In Partnership with 74

Parents rally at LAUSD headquarters for more charter schools

Mike Szymanski | December 8, 2015

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For Ivey Steinberg, the last straw occurred when her son, Jack, who uses a wheelchair, was left on the second floor during a fire drill at a public school. She needed to find a school that treated her son like all the others, and she found WISH (Westside Innovative School House) Charter. Then, she helped create a middle school for her son, and today she is going to propose a WISH high school to the school board.

“I want the WISH schools to be a feather in LAUSD’s cap, and we want to share our successes with all schools,” Steinberg said.

She was among dozens of parents on the steps of the LAUSD Beaudry Street Headquarters this morning, gathered by California Charter School Association Families, a group that draws together charter school families from across California to support charter schools. The demonstration was planned as a counter-measure to an event scheduled later today when teachers from traditional district schools are promoting their own schools by showing projects and success stories to the school board.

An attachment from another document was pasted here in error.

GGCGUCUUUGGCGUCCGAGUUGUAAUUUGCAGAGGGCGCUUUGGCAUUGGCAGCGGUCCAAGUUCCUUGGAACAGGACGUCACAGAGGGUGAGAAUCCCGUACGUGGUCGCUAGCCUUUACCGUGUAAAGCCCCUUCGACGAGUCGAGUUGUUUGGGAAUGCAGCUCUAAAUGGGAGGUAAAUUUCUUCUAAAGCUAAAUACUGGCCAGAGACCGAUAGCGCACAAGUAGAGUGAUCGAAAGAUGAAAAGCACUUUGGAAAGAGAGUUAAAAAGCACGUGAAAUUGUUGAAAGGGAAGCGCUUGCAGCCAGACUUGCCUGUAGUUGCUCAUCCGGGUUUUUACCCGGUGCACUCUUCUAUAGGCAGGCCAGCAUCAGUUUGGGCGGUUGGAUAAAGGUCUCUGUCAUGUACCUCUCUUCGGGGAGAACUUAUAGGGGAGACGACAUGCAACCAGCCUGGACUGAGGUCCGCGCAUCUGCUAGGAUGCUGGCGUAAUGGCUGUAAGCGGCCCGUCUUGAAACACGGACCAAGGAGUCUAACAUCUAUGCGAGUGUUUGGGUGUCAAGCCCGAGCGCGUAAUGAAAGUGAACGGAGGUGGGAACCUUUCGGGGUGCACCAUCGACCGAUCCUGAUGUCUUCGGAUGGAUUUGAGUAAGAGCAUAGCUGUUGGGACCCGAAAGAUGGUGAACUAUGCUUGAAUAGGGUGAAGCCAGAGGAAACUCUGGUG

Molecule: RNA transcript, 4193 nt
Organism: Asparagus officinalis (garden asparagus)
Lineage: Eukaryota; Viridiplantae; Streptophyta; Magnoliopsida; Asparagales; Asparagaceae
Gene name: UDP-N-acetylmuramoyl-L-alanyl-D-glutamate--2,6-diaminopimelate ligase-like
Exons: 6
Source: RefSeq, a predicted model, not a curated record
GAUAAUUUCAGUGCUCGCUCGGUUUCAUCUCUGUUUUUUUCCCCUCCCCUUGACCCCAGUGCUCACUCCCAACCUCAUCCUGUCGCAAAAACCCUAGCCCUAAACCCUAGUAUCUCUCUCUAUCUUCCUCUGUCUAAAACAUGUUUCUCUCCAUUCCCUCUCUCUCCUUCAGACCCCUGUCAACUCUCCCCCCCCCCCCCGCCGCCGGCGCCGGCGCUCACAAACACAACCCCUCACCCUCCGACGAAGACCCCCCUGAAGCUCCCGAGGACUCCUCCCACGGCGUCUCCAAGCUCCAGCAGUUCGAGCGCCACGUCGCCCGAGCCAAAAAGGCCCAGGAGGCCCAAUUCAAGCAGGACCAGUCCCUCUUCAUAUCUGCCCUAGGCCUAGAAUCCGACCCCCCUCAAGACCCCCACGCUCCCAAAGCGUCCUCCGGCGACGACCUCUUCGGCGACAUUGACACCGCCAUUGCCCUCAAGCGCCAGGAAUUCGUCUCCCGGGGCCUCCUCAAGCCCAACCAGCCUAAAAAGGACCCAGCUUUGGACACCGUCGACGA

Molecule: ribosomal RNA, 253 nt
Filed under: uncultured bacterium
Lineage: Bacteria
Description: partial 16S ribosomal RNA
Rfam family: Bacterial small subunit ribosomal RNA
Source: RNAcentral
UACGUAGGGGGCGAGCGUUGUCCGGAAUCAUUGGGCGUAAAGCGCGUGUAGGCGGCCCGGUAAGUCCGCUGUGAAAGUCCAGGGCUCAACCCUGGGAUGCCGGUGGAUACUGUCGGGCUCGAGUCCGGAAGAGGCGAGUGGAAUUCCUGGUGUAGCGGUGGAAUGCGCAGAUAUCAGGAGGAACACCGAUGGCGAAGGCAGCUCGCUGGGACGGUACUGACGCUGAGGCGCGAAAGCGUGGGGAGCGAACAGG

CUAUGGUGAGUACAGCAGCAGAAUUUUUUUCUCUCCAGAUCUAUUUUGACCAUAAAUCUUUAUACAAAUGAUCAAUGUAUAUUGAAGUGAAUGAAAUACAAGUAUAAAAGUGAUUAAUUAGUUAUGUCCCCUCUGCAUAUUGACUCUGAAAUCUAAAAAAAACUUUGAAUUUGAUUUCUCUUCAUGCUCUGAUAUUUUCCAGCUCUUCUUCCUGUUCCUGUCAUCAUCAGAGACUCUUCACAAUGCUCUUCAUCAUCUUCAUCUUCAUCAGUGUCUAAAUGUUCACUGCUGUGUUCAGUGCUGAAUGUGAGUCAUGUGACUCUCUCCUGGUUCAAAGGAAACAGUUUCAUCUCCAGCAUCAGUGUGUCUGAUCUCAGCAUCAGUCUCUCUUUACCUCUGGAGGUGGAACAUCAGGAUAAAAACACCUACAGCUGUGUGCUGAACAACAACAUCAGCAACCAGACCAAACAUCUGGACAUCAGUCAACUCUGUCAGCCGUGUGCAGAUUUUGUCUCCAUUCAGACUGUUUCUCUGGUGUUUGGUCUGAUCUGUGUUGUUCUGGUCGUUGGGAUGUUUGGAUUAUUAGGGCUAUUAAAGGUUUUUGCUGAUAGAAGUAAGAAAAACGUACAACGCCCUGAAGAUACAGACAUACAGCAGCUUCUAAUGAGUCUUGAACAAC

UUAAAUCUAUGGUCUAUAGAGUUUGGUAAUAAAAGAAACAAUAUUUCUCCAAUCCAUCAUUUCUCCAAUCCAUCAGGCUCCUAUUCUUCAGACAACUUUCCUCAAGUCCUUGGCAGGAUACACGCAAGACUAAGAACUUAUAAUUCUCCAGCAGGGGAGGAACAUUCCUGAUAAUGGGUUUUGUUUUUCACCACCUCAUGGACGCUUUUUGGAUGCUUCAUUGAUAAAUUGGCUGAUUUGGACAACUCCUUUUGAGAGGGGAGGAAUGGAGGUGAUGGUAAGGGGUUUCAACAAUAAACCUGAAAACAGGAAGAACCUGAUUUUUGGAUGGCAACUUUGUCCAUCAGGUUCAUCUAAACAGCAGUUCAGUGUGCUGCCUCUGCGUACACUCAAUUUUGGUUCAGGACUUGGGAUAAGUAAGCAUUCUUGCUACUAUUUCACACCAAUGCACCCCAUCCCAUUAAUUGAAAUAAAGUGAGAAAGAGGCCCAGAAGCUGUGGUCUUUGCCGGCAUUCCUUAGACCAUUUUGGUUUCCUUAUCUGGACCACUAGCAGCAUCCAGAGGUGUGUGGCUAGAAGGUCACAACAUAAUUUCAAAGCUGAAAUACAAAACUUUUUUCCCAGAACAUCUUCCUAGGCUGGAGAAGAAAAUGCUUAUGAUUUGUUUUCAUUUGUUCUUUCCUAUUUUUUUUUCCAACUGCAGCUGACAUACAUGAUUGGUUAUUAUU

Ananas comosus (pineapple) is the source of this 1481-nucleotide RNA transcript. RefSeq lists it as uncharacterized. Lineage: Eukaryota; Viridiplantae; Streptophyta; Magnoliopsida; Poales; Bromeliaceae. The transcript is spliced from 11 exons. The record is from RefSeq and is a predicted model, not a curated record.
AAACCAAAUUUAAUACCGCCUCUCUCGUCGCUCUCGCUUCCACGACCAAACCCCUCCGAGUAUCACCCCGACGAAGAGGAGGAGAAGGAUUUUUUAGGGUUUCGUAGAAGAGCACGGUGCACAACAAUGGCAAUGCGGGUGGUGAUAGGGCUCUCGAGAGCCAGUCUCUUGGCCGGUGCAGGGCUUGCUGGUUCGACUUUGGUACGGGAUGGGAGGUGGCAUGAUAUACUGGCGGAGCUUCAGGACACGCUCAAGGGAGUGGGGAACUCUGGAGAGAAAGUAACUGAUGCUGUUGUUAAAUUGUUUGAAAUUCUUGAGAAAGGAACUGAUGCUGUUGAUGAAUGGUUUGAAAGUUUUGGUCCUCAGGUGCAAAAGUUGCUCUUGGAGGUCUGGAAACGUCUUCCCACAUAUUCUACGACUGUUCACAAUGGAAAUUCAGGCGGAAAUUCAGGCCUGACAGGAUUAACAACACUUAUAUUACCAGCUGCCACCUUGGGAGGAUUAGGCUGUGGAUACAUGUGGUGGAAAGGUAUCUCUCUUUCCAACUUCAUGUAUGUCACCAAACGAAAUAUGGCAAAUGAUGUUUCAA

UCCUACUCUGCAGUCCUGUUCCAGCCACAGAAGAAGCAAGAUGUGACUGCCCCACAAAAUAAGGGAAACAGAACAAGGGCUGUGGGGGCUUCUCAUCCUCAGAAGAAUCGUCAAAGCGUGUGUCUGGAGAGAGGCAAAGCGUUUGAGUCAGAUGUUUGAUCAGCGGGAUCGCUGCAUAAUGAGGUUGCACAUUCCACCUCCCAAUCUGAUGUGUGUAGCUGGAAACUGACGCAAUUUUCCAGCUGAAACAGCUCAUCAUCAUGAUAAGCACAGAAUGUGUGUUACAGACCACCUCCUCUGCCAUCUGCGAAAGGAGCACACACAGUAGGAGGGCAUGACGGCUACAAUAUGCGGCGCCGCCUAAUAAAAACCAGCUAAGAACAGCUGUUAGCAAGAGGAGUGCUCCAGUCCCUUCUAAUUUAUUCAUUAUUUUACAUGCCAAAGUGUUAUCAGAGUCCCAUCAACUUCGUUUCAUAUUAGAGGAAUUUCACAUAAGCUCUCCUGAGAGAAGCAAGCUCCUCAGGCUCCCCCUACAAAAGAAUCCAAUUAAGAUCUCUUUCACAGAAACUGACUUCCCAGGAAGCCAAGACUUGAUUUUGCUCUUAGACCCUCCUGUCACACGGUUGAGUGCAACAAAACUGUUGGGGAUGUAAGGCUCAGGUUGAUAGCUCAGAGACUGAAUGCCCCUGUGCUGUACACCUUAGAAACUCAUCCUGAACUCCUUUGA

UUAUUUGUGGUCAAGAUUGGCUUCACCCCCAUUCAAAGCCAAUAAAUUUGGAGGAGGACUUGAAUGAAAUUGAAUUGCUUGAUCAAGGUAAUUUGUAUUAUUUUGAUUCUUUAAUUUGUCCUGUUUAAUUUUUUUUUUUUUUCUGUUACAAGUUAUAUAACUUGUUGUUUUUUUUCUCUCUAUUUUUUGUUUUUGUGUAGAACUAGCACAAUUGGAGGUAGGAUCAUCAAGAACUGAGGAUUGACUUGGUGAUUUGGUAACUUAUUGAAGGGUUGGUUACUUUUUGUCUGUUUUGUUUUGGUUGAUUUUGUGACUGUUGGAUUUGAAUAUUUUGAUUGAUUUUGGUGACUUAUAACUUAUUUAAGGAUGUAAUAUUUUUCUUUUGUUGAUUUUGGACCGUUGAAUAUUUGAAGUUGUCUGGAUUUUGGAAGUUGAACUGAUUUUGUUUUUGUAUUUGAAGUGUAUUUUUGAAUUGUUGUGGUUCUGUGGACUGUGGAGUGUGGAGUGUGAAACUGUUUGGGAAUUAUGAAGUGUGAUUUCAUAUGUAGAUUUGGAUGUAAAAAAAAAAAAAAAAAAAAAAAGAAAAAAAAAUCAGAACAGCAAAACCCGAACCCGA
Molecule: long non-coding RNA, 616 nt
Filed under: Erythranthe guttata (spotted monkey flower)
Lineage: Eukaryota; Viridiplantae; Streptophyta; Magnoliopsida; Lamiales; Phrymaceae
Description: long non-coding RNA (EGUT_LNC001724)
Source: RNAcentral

“Why shouldn’t there be a great school in every ZIP code?” said Felicia Villarreal, who has two boys, 9 and 10, one with autism. “We want to share all these wild ideas at our charter school with other schools, so they can all improve.”

The family members carried signs in English and Spanish advocating for more charter schools for the district, or at least having a great school, whether it be charter, magnet or traditional school, in every ZIP code in the city, because some areas are simply ignored, they said.


Ivey Steinberg from WISH supports charter schools.

Mariana Marquez, 18, decided on her own to apply to Granada Hills Charter High School far across the San Fernando Valley from her North Hollywood home. She took the bus 13 miles to get to school and woke up an hour earlier every morning to get there. Now, she’s attending Cal State Northridge.

“Going to a charter school really prepared me for college,” Marquez said. “I heard about how great the school was, and I thought it was worth the extra effort to get there. It would have been nice to have a school that was closer.”

Steinberg and some of the other parents said they are not sure that the Broad Foundation’s push for more charter schools is necessarily a good thing. But, she said, “If it brings better education to a wider group of children, then it is a good thing.” She said she only knows from her personal experience.


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